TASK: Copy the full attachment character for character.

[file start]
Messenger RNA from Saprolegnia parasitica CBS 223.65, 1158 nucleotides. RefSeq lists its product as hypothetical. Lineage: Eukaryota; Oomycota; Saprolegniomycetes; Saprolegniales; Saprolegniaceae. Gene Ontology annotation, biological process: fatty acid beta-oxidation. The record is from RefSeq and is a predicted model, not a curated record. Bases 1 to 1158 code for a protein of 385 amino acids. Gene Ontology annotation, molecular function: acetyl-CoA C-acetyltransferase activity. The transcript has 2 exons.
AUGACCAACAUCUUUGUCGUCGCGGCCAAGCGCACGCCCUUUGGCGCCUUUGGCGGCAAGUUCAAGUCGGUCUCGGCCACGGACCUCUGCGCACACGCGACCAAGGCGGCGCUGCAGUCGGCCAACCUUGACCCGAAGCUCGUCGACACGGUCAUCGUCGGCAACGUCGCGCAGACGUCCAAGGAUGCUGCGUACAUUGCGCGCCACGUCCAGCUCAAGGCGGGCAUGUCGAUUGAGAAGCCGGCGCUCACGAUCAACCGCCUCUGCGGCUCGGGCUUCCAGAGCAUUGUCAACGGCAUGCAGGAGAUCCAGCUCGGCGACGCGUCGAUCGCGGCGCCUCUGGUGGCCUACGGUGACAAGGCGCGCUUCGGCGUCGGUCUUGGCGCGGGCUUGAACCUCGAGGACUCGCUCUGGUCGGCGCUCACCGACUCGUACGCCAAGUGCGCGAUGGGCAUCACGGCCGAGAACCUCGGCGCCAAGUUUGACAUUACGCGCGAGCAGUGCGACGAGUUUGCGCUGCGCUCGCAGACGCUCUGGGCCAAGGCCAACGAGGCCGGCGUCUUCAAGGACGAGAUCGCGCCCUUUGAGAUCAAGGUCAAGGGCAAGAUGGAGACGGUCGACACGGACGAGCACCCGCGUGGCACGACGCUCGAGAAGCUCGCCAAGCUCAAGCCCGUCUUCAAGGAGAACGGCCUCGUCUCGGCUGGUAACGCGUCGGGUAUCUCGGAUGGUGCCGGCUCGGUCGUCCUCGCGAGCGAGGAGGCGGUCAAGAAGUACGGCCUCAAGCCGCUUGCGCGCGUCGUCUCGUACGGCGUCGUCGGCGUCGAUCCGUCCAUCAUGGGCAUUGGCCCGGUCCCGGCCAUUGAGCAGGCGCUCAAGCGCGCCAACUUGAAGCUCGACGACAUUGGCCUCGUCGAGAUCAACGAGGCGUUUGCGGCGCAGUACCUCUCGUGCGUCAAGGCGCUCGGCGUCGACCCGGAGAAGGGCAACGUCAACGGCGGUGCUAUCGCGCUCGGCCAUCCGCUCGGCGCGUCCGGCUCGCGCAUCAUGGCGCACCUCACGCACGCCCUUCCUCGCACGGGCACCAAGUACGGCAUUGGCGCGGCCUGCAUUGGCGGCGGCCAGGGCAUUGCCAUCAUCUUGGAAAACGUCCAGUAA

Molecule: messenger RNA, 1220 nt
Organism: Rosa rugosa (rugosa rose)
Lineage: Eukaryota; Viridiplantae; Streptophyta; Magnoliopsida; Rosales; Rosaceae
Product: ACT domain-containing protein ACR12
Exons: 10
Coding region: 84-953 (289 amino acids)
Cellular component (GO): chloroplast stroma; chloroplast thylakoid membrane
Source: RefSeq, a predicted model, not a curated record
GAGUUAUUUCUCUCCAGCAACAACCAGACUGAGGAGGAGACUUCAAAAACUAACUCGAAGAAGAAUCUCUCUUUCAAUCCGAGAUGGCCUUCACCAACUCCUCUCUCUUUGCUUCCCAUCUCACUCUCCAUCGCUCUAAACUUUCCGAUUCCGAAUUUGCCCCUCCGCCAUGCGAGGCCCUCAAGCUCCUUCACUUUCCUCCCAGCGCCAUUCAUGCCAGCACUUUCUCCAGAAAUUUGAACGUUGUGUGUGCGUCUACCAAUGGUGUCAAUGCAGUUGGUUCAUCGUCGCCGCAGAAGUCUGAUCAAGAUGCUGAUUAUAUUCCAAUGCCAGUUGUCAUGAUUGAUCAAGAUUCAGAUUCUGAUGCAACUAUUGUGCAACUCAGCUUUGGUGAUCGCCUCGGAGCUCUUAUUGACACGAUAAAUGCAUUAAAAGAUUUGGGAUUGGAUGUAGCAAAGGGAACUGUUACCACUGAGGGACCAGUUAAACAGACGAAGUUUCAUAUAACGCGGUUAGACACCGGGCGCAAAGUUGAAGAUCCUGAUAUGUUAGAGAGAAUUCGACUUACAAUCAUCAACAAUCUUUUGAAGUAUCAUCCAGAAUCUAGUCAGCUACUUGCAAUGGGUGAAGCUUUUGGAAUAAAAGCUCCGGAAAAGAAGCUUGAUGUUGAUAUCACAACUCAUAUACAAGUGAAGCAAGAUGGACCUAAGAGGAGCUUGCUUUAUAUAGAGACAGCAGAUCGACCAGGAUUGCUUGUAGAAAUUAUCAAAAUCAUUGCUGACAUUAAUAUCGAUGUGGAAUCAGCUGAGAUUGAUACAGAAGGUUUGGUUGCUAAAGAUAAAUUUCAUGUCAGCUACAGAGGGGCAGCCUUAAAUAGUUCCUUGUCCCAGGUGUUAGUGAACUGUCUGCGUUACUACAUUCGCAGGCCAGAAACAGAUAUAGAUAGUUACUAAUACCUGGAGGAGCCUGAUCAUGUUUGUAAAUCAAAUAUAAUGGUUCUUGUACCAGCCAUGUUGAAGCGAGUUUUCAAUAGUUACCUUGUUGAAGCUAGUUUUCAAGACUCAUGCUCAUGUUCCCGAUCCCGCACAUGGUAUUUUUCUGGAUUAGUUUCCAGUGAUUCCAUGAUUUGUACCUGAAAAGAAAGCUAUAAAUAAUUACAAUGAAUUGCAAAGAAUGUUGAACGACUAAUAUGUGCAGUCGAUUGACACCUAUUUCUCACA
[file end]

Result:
Messenger RNA from Saprolegnia parasitica CBS 223.65, 1158 nucleotides. RefSeq lists its product as hypothetical. Lineage: Eukaryota; Oomycota; Saprolegniomycetes; Saprolegniales; Saprolegniaceae. Gene Ontology annotation, biological process: fatty acid beta-oxidation. The record is from RefSeq and is a predicted model, not a curated record. Bases 1 to 1158 code for a protein of 385 amino acids. Gene Ontology annotation, molecular function: acetyl-CoA C-acetyltransferase activity. The transcript has 2 exons.
AUGACCAACAUCUUUGUCGUCGCGGCCAAGCGCACGCCCUUUGGCGCCUUUGGCGGCAAGUUCAAGUCGGUCUCGGCCACGGACCUCUGCGCACACGCGACCAAGGCGGCGCUGCAGUCGGCCAACCUUGACCCGAAGCUCGUCGACACGGUCAUCGUCGGCAACGUCGCGCAGACGUCCAAGGAUGCUGCGUACAUUGCGCGCCACGUCCAGCUCAAGGCGGGCAUGUCGAUUGAGAAGCCGGCGCUCACGAUCAACCGCCUCUGCGGCUCGGGCUUCCAGAGCAUUGUCAACGGCAUGCAGGAGAUCCAGCUCGGCGACGCGUCGAUCGCGGCGCCUCUGGUGGCCUACGGUGACAAGGCGCGCUUCGGCGUCGGUCUUGGCGCGGGCUUGAACCUCGAGGACUCGCUCUGGUCGGCGCUCACCGACUCGUACGCCAAGUGCGCGAUGGGCAUCACGGCCGAGAACCUCGGCGCCAAGUUUGACAUUACGCGCGAGCAGUGCGACGAGUUUGCGCUGCGCUCGCAGACGCUCUGGGCCAAGGCCAACGAGGCCGGCGUCUUCAAGGACGAGAUCGCGCCCUUUGAGAUCAAGGUCAAGGGCAAGAUGGAGACGGUCGACACGGACGAGCACCCGCGUGGCACGACGCUCGAGAAGCUCGCCAAGCUCAAGCCCGUCUUCAAGGAGAACGGCCUCGUCUCGGCUGGUAACGCGUCGGGUAUCUCGGAUGGUGCCGGCUCGGUCGUCCUCGCGAGCGAGGAGGCGGUCAAGAAGUACGGCCUCAAGCCGCUUGCGCGCGUCGUCUCGUACGGCGUCGUCGGCGUCGAUCCGUCCAUCAUGGGCAUUGGCCCGGUCCCGGCCAUUGAGCAGGCGCUCAAGCGCGCCAACUUGAAGCUCGACGACAUUGGCCUCGUCGAGAUCAACGAGGCGUUUGCGGCGCAGUACCUCUCGUGCGUCAAGGCGCUCGGCGUCGACCCGGAGAAGGGCAACGUCAACGGCGGUGCUAUCGCGCUCGGCCAUCCGCUCGGCGCGUCCGGCUCGCGCAUCAUGGCGCACCUCACGCACGCCCUUCCUCGCACGGGCACCAAGUACGGCAUUGGCGCGGCCUGCAUUGGCGGCGGCCAGGGCAUUGCCAUCAUCUUGGAAAACGUCCAGUAA

Molecule: messenger RNA, 1220 nt
Organism: Rosa rugosa (rugosa rose)
Lineage: Eukaryota; Viridiplantae; Streptophyta; Magnoliopsida; Rosales; Rosaceae
Product: ACT domain-containing protein ACR12
Exons: 10
Coding region: 84-953 (289 amino acids)
Cellular component (GO): chloroplast stroma; chloroplast thylakoid membrane
Source: RefSeq, a predicted model, not a curated record
GAGUUAUUUCUCUCCAGCAACAACCAGACUGAGGAGGAGACUUCAAAAACUAACUCGAAGAAGAAUCUCUCUUUCAAUCCGAGAUGGCCUUCACCAACUCCUCUCUCUUUGCUUCCCAUCUCACUCUCCAUCGCUCUAAACUUUCCGAUUCCGAAUUUGCCCCUCCGCCAUGCGAGGCCCUCAAGCUCCUUCACUUUCCUCCCAGCGCCAUUCAUGCCAGCACUUUCUCCAGAAAUUUGAACGUUGUGUGUGCGUCUACCAAUGGUGUCAAUGCAGUUGGUUCAUCGUCGCCGCAGAAGUCUGAUCAAGAUGCUGAUUAUAUUCCAAUGCCAGUUGUCAUGAUUGAUCAAGAUUCAGAUUCUGAUGCAACUAUUGUGCAACUCAGCUUUGGUGAUCGCCUCGGAGCUCUUAUUGACACGAUAAAUGCAUUAAAAGAUUUGGGAUUGGAUGUAGCAAAGGGAACUGUUACCACUGAGGGACCAGUUAAACAGACGAAGUUUCAUAUAACGCGGUUAGACACCGGGCGCAAAGUUGAAGAUCCUGAUAUGUUAGAGAGAAUUCGACUUACAAUCAUCAACAAUCUUUUGAAGUAUCAUCCAGAAUCUAGUCAGCUACUUGCAAUGGGUGAAGCUUUUGGAAUAAAAGCUCCGGAAAAGAAGCUUGAUGUUGAUAUCACAACUCAUAUACAAGUGAAGCAAGAUGGACCUAAGAGGAGCUUGCUUUAUAUAGAGACAGCAGAUCGACCAGGAUUGCUUGUAGAAAUUAUCAAAAUCAUUGCUGACAUUAAUAUCGAUGUGGAAUCAGCUGAGAUUGAUACAGAAGGUUUGGUUGCUAAAGAUAAAUUUCAUGUCAGCUACAGAGGGGCAGCCUUAAAUAGUUCCUUGUCCCAGGUGUUAGUGAACUGUCUGCGUUACUACAUUCGCAGGCCAGAAACAGAUAUAGAUAGUUACUAAUACCUGGAGGAGCCUGAUCAUGUUUGUAAAUCAAAUAUAAUGGUUCUUGUACCAGCCAUGUUGAAGCGAGUUUUCAAUAGUUACCUUGUUGAAGCUAGUUUUCAAGACUCAUGCUCAUGUUCCCGAUCCCGCACAUGGUAUUUUUCUGGAUUAGUUUCCAGUGAUUCCAUGAUUUGUACCUGAAAAGAAAGCUAUAAAUAAUUACAAUGAAUUGCAAAGAAUGUUGAACGACUAAUAUGUGCAGUCGAUUGACACCUAUUUCUCACA